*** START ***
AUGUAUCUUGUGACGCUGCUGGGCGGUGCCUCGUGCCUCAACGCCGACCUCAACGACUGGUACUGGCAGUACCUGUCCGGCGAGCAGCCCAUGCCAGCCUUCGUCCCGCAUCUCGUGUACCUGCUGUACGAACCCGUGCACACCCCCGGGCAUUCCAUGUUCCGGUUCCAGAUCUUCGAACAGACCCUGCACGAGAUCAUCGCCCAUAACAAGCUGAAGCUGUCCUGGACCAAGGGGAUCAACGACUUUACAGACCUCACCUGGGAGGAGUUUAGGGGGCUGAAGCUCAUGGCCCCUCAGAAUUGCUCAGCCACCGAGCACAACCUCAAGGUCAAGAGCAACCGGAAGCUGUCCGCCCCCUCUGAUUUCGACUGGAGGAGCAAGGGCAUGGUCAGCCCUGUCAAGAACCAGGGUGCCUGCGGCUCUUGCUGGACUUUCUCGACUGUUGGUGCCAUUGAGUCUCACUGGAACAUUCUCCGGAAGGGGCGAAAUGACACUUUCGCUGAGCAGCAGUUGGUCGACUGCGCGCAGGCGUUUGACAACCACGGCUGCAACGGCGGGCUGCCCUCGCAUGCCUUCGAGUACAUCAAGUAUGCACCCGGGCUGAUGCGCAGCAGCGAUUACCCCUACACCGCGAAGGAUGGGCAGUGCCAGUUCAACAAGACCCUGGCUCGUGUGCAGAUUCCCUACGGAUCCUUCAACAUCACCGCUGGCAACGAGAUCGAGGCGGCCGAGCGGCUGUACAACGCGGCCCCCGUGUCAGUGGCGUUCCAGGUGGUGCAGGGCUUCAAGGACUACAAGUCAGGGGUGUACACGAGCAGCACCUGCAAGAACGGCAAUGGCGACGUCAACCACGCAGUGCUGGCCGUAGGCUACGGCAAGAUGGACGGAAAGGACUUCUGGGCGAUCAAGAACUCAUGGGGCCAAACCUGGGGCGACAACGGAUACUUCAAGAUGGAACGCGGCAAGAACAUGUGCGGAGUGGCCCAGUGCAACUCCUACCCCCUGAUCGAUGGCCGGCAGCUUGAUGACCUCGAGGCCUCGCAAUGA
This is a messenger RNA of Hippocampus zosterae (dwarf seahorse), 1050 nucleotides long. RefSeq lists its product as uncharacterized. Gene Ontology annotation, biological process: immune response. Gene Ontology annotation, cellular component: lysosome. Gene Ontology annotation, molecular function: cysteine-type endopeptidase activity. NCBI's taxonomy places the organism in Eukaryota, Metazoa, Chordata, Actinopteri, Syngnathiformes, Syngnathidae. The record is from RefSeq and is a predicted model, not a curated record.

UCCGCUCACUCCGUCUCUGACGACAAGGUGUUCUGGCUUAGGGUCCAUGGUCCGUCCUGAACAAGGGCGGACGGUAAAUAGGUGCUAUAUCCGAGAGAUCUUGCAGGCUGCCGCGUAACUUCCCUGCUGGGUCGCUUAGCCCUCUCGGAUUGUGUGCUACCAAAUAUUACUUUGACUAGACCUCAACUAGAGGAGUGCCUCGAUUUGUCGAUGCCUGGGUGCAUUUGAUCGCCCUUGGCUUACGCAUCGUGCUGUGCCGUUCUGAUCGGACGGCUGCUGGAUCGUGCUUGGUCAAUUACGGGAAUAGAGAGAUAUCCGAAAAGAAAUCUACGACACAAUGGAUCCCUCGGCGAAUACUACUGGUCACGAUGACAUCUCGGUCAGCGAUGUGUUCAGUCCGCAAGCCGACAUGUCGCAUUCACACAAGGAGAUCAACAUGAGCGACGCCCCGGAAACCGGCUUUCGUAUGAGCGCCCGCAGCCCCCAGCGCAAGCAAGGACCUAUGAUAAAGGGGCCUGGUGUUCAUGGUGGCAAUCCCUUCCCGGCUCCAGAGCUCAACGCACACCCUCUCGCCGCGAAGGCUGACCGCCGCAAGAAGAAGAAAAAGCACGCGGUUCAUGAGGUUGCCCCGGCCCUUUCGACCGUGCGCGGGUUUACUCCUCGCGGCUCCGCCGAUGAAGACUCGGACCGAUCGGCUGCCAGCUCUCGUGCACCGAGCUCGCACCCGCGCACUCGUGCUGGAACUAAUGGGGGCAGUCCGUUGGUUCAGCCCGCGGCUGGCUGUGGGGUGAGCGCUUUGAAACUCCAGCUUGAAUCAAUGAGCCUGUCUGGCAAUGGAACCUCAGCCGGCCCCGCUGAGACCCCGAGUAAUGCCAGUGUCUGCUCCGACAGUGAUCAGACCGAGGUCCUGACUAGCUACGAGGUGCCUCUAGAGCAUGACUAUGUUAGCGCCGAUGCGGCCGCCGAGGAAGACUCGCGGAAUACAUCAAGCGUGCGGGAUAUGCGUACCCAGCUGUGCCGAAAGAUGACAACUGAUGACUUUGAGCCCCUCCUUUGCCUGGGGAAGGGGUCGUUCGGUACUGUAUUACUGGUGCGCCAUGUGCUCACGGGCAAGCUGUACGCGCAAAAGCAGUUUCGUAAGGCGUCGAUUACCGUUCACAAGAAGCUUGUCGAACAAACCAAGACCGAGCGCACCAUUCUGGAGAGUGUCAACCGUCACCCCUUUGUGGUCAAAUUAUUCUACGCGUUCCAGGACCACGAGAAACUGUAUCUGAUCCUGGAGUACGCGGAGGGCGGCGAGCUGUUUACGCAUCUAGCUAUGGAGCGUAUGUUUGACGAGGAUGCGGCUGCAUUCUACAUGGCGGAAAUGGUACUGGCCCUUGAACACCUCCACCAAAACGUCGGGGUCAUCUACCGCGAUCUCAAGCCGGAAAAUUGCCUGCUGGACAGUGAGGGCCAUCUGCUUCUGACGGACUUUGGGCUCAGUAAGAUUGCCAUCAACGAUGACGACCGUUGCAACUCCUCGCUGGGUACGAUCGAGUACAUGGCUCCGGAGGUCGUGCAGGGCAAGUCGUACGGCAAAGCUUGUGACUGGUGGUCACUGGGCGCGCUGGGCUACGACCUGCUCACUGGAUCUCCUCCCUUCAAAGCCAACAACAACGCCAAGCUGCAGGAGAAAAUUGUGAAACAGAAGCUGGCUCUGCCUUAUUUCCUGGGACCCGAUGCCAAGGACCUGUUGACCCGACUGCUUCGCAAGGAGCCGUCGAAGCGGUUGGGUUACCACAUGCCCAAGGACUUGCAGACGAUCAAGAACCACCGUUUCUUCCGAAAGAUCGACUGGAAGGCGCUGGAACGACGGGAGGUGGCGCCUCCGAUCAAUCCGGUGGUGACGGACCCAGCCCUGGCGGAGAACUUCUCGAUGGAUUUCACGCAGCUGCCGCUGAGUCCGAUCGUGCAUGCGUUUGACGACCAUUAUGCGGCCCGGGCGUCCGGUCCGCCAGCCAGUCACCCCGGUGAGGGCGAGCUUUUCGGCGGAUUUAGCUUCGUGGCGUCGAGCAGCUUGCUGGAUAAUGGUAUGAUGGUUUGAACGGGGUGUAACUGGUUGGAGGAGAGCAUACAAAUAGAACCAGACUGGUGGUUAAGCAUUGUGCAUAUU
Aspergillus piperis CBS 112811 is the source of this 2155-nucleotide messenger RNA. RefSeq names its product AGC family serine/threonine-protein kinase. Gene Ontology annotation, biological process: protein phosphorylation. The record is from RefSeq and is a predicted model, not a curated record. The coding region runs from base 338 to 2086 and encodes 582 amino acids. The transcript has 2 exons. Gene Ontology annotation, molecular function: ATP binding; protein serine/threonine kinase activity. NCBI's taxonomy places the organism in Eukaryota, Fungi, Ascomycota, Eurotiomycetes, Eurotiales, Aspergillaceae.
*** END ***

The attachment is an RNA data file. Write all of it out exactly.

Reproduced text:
AUGUAUCUUGUGACGCUGCUGGGCGGUGCCUCGUGCCUCAACGCCGACCUCAACGACUGGUACUGGCAGUACCUGUCCGGCGAGCAGCCCAUGCCAGCCUUCGUCCCGCAUCUCGUGUACCUGCUGUACGAACCCGUGCACACCCCCGGGCAUUCCAUGUUCCGGUUCCAGAUCUUCGAACAGACCCUGCACGAGAUCAUCGCCCAUAACAAGCUGAAGCUGUCCUGGACCAAGGGGAUCAACGACUUUACAGACCUCACCUGGGAGGAGUUUAGGGGGCUGAAGCUCAUGGCCCCUCAGAAUUGCUCAGCCACCGAGCACAACCUCAAGGUCAAGAGCAACCGGAAGCUGUCCGCCCCCUCUGAUUUCGACUGGAGGAGCAAGGGCAUGGUCAGCCCUGUCAAGAACCAGGGUGCCUGCGGCUCUUGCUGGACUUUCUCGACUGUUGGUGCCAUUGAGUCUCACUGGAACAUUCUCCGGAAGGGGCGAAAUGACACUUUCGCUGAGCAGCAGUUGGUCGACUGCGCGCAGGCGUUUGACAACCACGGCUGCAACGGCGGGCUGCCCUCGCAUGCCUUCGAGUACAUCAAGUAUGCACCCGGGCUGAUGCGCAGCAGCGAUUACCCCUACACCGCGAAGGAUGGGCAGUGCCAGUUCAACAAGACCCUGGCUCGUGUGCAGAUUCCCUACGGAUCCUUCAACAUCACCGCUGGCAACGAGAUCGAGGCGGCCGAGCGGCUGUACAACGCGGCCCCCGUGUCAGUGGCGUUCCAGGUGGUGCAGGGCUUCAAGGACUACAAGUCAGGGGUGUACACGAGCAGCACCUGCAAGAACGGCAAUGGCGACGUCAACCACGCAGUGCUGGCCGUAGGCUACGGCAAGAUGGACGGAAAGGACUUCUGGGCGAUCAAGAACUCAUGGGGCCAAACCUGGGGCGACAACGGAUACUUCAAGAUGGAACGCGGCAAGAACAUGUGCGGAGUGGCCCAGUGCAACUCCUACCCCCUGAUCGAUGGCCGGCAGCUUGAUGACCUCGAGGCCUCGCAAUGA
This is a messenger RNA of Hippocampus zosterae (dwarf seahorse), 1050 nucleotides long. RefSeq lists its product as uncharacterized. Gene Ontology annotation, biological process: immune response. Gene Ontology annotation, cellular component: lysosome. Gene Ontology annotation, molecular function: cysteine-type endopeptidase activity. NCBI's taxonomy places the organism in Eukaryota, Metazoa, Chordata, Actinopteri, Syngnathiformes, Syngnathidae. The record is from RefSeq and is a predicted model, not a curated record.

UCCGCUCACUCCGUCUCUGACGACAAGGUGUUCUGGCUUAGGGUCCAUGGUCCGUCCUGAACAAGGGCGGACGGUAAAUAGGUGCUAUAUCCGAGAGAUCUUGCAGGCUGCCGCGUAACUUCCCUGCUGGGUCGCUUAGCCCUCUCGGAUUGUGUGCUACCAAAUAUUACUUUGACUAGACCUCAACUAGAGGAGUGCCUCGAUUUGUCGAUGCCUGGGUGCAUUUGAUCGCCCUUGGCUUACGCAUCGUGCUGUGCCGUUCUGAUCGGACGGCUGCUGGAUCGUGCUUGGUCAAUUACGGGAAUAGAGAGAUAUCCGAAAAGAAAUCUACGACACAAUGGAUCCCUCGGCGAAUACUACUGGUCACGAUGACAUCUCGGUCAGCGAUGUGUUCAGUCCGCAAGCCGACAUGUCGCAUUCACACAAGGAGAUCAACAUGAGCGACGCCCCGGAAACCGGCUUUCGUAUGAGCGCCCGCAGCCCCCAGCGCAAGCAAGGACCUAUGAUAAAGGGGCCUGGUGUUCAUGGUGGCAAUCCCUUCCCGGCUCCAGAGCUCAACGCACACCCUCUCGCCGCGAAGGCUGACCGCCGCAAGAAGAAGAAAAAGCACGCGGUUCAUGAGGUUGCCCCGGCCCUUUCGACCGUGCGCGGGUUUACUCCUCGCGGCUCCGCCGAUGAAGACUCGGACCGAUCGGCUGCCAGCUCUCGUGCACCGAGCUCGCACCCGCGCACUCGUGCUGGAACUAAUGGGGGCAGUCCGUUGGUUCAGCCCGCGGCUGGCUGUGGGGUGAGCGCUUUGAAACUCCAGCUUGAAUCAAUGAGCCUGUCUGGCAAUGGAACCUCAGCCGGCCCCGCUGAGACCCCGAGUAAUGCCAGUGUCUGCUCCGACAGUGAUCAGACCGAGGUCCUGACUAGCUACGAGGUGCCUCUAGAGCAUGACUAUGUUAGCGCCGAUGCGGCCGCCGAGGAAGACUCGCGGAAUACAUCAAGCGUGCGGGAUAUGCGUACCCAGCUGUGCCGAAAGAUGACAACUGAUGACUUUGAGCCCCUCCUUUGCCUGGGGAAGGGGUCGUUCGGUACUGUAUUACUGGUGCGCCAUGUGCUCACGGGCAAGCUGUACGCGCAAAAGCAGUUUCGUAAGGCGUCGAUUACCGUUCACAAGAAGCUUGUCGAACAAACCAAGACCGAGCGCACCAUUCUGGAGAGUGUCAACCGUCACCCCUUUGUGGUCAAAUUAUUCUACGCGUUCCAGGACCACGAGAAACUGUAUCUGAUCCUGGAGUACGCGGAGGGCGGCGAGCUGUUUACGCAUCUAGCUAUGGAGCGUAUGUUUGACGAGGAUGCGGCUGCAUUCUACAUGGCGGAAAUGGUACUGGCCCUUGAACACCUCCACCAAAACGUCGGGGUCAUCUACCGCGAUCUCAAGCCGGAAAAUUGCCUGCUGGACAGUGAGGGCCAUCUGCUUCUGACGGACUUUGGGCUCAGUAAGAUUGCCAUCAACGAUGACGACCGUUGCAACUCCUCGCUGGGUACGAUCGAGUACAUGGCUCCGGAGGUCGUGCAGGGCAAGUCGUACGGCAAAGCUUGUGACUGGUGGUCACUGGGCGCGCUGGGCUACGACCUGCUCACUGGAUCUCCUCCCUUCAAAGCCAACAACAACGCCAAGCUGCAGGAGAAAAUUGUGAAACAGAAGCUGGCUCUGCCUUAUUUCCUGGGACCCGAUGCCAAGGACCUGUUGACCCGACUGCUUCGCAAGGAGCCGUCGAAGCGGUUGGGUUACCACAUGCCCAAGGACUUGCAGACGAUCAAGAACCACCGUUUCUUCCGAAAGAUCGACUGGAAGGCGCUGGAACGACGGGAGGUGGCGCCUCCGAUCAAUCCGGUGGUGACGGACCCAGCCCUGGCGGAGAACUUCUCGAUGGAUUUCACGCAGCUGCCGCUGAGUCCGAUCGUGCAUGCGUUUGACGACCAUUAUGCGGCCCGGGCGUCCGGUCCGCCAGCCAGUCACCCCGGUGAGGGCGAGCUUUUCGGCGGAUUUAGCUUCGUGGCGUCGAGCAGCUUGCUGGAUAAUGGUAUGAUGGUUUGAACGGGGUGUAACUGGUUGGAGGAGAGCAUACAAAUAGAACCAGACUGGUGGUUAAGCAUUGUGCAUAUU
Aspergillus piperis CBS 112811 is the source of this 2155-nucleotide messenger RNA. RefSeq names its product AGC family serine/threonine-protein kinase. Gene Ontology annotation, biological process: protein phosphorylation. The record is from RefSeq and is a predicted model, not a curated record. The coding region runs from base 338 to 2086 and encodes 582 amino acids. The transcript has 2 exons. Gene Ontology annotation, molecular function: ATP binding; protein serine/threonine kinase activity. NCBI's taxonomy places the organism in Eukaryota, Fungi, Ascomycota, Eurotiomycetes, Eurotiales, Aspergillaceae.